And while we did top the Smart City ranking for the second year running, it’s not about chasing league tables. We need to remind ourselves that indicators are by products that are correlated with desired outcomes but not outcomes we are gunning in and of themselves. Our forefathers did not set out to outrank other cities in ‘Smart City ranking’ — they had simple goals of improve water supply, sanitation, access to electricity, greater convenience in banking, access to government services, payments and so on. The question is, what are our simple goals now? What should the millennials aspire to, for their nation if not for themselves? How are we going to improve over the great achievements that our forefathers have scored for us and the successive generations?

I think we are running into what Clayton Christensen calls the ‘Innovator’s Dilemma’ if we are joining big firms, following our forefathers’ models of management and “innovation”, and walking the proven path. In fact, our newer generation of leaders are faced with this challenge. If we have the pressure of being mocked for taking actions that are not ‘needle-moving’, then we risk forgoing potentially disruptive actions with significant impacts that have yet to to be ‘proven’. And this, is where I think millennials will start to play an increasingly important role.

Our role is not to inherit the burden of a legacy or be benchmarked against our forefathers in our level of ‘hunger’ or ‘hard-working-ness’. In fact, I once saw Angela Duckworth post this quote when she was promoting a particular episode of ‘No Stupid questions’:

“Are you working hard to achieve your goals or are you working hard to avoid failure?”

Angela Duckworth (here)

Boom. Mind-blown. The latter point does describe me sometimes in my workplace! And that reveals to me that finding the right motivation and the right sense of purpose is so important. As each successive generation inherits the legacy of the previous, wildly-successful generation, a bit of their ‘working hard’ inevitably become just a matter of trying ‘not to be <fill in this blank>’ rather than ‘to be something’. Because we may have perfectly managed to capture their systems, processes and all manner of operating procedures but their intents, purpose, motivations are often lost with them. We need to find our own versions, and we have to craft our own story.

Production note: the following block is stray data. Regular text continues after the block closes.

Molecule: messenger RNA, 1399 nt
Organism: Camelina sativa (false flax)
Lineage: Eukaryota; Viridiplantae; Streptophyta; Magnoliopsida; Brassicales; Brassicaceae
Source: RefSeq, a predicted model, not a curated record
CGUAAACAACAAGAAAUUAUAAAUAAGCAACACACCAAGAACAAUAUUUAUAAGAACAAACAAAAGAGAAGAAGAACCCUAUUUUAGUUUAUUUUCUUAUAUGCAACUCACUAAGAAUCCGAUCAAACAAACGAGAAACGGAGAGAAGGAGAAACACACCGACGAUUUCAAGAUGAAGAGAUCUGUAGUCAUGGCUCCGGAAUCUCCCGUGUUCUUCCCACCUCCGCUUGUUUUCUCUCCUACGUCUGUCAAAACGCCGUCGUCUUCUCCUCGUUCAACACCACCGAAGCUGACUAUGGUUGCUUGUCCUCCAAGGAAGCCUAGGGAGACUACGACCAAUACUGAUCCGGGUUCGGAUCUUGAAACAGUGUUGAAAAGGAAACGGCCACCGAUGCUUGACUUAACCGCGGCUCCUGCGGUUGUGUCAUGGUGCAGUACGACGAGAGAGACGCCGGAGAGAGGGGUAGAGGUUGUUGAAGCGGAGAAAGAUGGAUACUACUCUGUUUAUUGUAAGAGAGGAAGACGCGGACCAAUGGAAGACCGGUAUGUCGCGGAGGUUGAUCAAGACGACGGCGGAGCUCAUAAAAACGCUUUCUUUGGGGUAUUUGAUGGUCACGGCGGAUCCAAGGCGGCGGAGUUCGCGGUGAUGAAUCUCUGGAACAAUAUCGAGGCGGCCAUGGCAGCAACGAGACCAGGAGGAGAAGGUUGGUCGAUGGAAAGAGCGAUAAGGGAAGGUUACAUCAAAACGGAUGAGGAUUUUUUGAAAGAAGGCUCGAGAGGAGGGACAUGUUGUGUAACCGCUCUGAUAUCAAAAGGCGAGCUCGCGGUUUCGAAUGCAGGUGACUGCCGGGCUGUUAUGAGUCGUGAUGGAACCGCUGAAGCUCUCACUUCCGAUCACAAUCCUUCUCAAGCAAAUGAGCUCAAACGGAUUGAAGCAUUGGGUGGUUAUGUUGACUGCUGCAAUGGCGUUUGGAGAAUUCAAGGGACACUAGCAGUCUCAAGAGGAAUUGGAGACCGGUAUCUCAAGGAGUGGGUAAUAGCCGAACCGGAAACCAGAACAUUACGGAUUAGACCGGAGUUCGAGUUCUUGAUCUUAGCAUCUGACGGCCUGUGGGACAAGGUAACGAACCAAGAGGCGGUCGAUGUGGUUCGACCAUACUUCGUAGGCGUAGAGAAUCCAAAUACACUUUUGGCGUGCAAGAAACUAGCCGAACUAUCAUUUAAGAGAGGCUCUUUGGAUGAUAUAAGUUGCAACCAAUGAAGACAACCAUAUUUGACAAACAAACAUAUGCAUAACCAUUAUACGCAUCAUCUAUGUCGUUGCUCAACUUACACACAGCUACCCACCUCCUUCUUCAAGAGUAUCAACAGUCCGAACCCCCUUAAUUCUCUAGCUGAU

For me, it means being more selective about the purposes by which you devote your mental and physical resources and talents; and no longer subscribing to the traditional views of what constitutes merit. Perhaps we need to start creating our own industries domestically that creates the kinds of jobs that we want rather than to wait out for the government to draw the MNC investments, or for their direction on what is the next big thing. Maybe it doesn’t matter that the initial product we built is not global or doesn’t scale. How many decades did it take before Laksa was packaged and exported as a product and enjoyed by the west? Did it diminish the economic opportunity or our ability to capture its value? Get informed of our greater economic challenges, and opportunities and craft our lives around it so that we contribute to the narrative of our future rather than being just a passive recipients of circumstances.

The sense of ‘entitlement’ is sometimes a manifestation of high standards millennials have come to expect of others — turn it into a positive by applying that to oneself and to learn to be able to serve others with the standards you expect of others. Use your creativity, exposure to huge amounts of connections in the online world and digital-savviness to create and participate in new things. And I think our narrative is about dethroning the mindset of an ever-growing economic pie, or the anxiety associated with lack of economic growth. Our narrative should be about creating a more helpful, united society that shares with one another, that learnt to shed the neoclassical economic burden, to be a better version of Singaporeans than our forefathers have been, having forged ahead largely for themselves and their family in mind. Now we want to have more of our community in mind, more of even our environment and nature in mind.

We also want to rethink the role of the government; after all, they have actually accomplished quite a fair bit of what they’ve been trying to do by way of improving the livelihoods of general populace. Maybe they can shed some bureaucracy and release more talents into the economy to invigorate it with greater entrepreneurism? Beyond risk-sharing and incentivising entrepreneurship, maybe there’s some rewriting of the social compact where the extreme inequality generated by risks in the marketplace is being mitigated by risk-sharing across cohorts of entrepreneurs? This could be just about successful entrepreneurs hiring the ones who may not have done so well (a la Andrew Yang).

I think more importantly, we want to confess the failings of meritocracy even as we trumpet its successes. And we want to be more conscious as a generation to deal with the negative consequences of ‘meritocracy’ especially the psychological ones. As we de-stigmatise psychological and mental issues, we also want to recognise that building up mental strength of the society overall is as important as building up the physical fitness of the populace.

So let us build not just a smart city of the future; but one that is secure, and confident, not about chasing league tables, KPIs, or GDP, but about genuine well-being of our people. Walk the unproven path, because we need to disrupt ourselves to move on to our next S-curve as a society.

This is part of a series of republished articles from my Medium page because I am worried about the platform ceasing to be. A previous version of this article was published in here a while back.